When she assumed the role in February 2020, Lee had hoped to go on a listening tour of the state’s judicial districts to learn about local needs, but COVID-19 pushed those conversations onto virtual platforms. Lee said that while there is “no substitute for being in the community,” the virtual conversations have helped her build contacts across the state for when she is finally able to hit the road later this year. “I know who I’m going to go talk to in person when I go to those communities,” she said.
Lee is working with the Colorado Bar Association’s Greater Colorado Task Force to develop a program to build the judicial pipeline and legal communities outside of the Denver metro area. The program is expected to launch in summer 2022 and will be piloted in the 5th and 9th judicial districts, which cover an area stretching from Garfield to Clear Creek counties. The program will place law students in rural communities for the summer to work with judges in those districts, Lee said, and allow students to get a “360 view of the community by interacting with other legal organizations, practitioners and nonprofits.”
While many of Lee’s efforts are focused on “the front end” of the judicial pipeline and getting diverse attorneys to apply for openings, she said, “I think it’s just as important to me to make sure that those judges find success and support once they join the bench.” She added that she has been working with the Judicial Well-being Task Force on that goal. “Something that I realized is increasingly important in my work [is] that I can’t just focus on the diversity piece without also focusing on the inclusion and equity piece as well,” Lee said.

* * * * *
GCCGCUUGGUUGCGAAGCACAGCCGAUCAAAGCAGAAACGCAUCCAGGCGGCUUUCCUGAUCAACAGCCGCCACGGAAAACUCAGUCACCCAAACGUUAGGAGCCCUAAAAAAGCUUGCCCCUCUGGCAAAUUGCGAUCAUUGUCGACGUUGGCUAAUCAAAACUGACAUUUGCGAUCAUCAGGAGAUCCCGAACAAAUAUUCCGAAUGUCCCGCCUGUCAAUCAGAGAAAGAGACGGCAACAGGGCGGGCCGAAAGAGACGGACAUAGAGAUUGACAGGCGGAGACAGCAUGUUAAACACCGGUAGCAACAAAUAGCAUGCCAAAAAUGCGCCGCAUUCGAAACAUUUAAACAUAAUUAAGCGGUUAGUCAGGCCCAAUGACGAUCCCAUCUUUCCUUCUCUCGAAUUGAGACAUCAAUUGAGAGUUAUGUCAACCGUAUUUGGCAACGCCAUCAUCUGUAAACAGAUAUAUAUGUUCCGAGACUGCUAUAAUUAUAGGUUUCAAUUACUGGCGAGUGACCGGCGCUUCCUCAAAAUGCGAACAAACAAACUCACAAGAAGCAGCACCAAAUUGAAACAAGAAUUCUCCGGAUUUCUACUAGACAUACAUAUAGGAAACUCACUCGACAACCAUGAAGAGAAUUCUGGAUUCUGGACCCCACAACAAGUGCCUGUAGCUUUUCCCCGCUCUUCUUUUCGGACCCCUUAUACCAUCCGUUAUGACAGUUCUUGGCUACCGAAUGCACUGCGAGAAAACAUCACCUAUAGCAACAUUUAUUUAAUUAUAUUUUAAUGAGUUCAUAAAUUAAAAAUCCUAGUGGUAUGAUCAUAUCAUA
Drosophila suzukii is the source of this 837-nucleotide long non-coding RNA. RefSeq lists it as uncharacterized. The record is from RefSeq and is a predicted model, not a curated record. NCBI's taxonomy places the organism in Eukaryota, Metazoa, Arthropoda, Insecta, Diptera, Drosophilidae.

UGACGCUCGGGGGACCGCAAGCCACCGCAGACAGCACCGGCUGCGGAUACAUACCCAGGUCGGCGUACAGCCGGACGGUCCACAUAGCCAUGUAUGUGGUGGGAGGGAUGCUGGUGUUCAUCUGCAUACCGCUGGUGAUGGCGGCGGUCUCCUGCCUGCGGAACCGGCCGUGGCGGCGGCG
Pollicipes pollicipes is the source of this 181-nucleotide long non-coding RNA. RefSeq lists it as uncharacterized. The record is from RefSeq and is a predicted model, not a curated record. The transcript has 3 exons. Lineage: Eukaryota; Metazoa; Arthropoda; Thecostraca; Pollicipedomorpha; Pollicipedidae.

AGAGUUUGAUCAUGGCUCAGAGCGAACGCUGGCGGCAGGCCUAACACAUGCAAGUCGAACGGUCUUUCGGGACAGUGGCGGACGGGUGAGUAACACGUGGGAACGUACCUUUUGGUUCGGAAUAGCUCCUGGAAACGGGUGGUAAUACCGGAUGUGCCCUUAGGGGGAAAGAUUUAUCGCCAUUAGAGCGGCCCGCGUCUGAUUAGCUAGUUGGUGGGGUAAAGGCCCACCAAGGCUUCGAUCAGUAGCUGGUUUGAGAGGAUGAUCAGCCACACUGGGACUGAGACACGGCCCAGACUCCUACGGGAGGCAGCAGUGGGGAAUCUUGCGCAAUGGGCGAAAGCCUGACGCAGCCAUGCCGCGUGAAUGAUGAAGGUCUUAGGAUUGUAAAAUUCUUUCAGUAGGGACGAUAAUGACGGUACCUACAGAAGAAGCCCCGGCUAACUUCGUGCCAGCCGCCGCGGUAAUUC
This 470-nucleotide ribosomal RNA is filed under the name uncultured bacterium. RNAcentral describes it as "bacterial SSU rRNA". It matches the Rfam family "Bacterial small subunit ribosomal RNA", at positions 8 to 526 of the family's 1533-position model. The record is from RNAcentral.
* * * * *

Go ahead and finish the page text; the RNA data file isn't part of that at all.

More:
Another important partner in Lee’s work has been the Diversity on the Bench Coalition, a joint initiative of the Colorado Bar Association and the Colorado Judicial Institute co-chaired by former Denver County Court Judge Gary Jackson and former CBA president Patricia Jarzobski.
According to CJI Executive Director Joshua Anderson, the “aspirational goals” of the initiative include having the bench mirror the diversity of the community and of the bar, and having diverse judges to serve as role models as “observable proof that it is possible for judges of diverse backgrounds to be appointed and serve their communities.”
Anderson said that when the initiative was launched in late 2019, the coalition’s efforts were mostly focused on law schools. But they realized “the problem is probably a little deeper than that,” he said. The coalition published an action plan last fall, and its goals include educating students about the role of judges and promoting legal careers to high school and college students.
Other goals outlined in the action plan include pushing law firms to encourage diverse attorneys to apply for judicial positions and recruiting judicial nominating commission members who are committed to diversity. The coalition has also worked to promote judicial openings “wide and far,” Anderson said, and it is working with the judicial department to collect data on applicant pools and judicial district demographics.
Anderson said there are a number of potential barriers standing between diverse attorneys and the bench. Compensation can be a barrier for some, as it may be more lucrative to stay in private practice, he said, as can a lack of mentorship, connections or knowledge about how to complete the application. “Another piece to this equation is: If we don’t have role models that look like us, who could represent what one might aspire to, then why would we consider pursuing something in that realm?” Anderson said.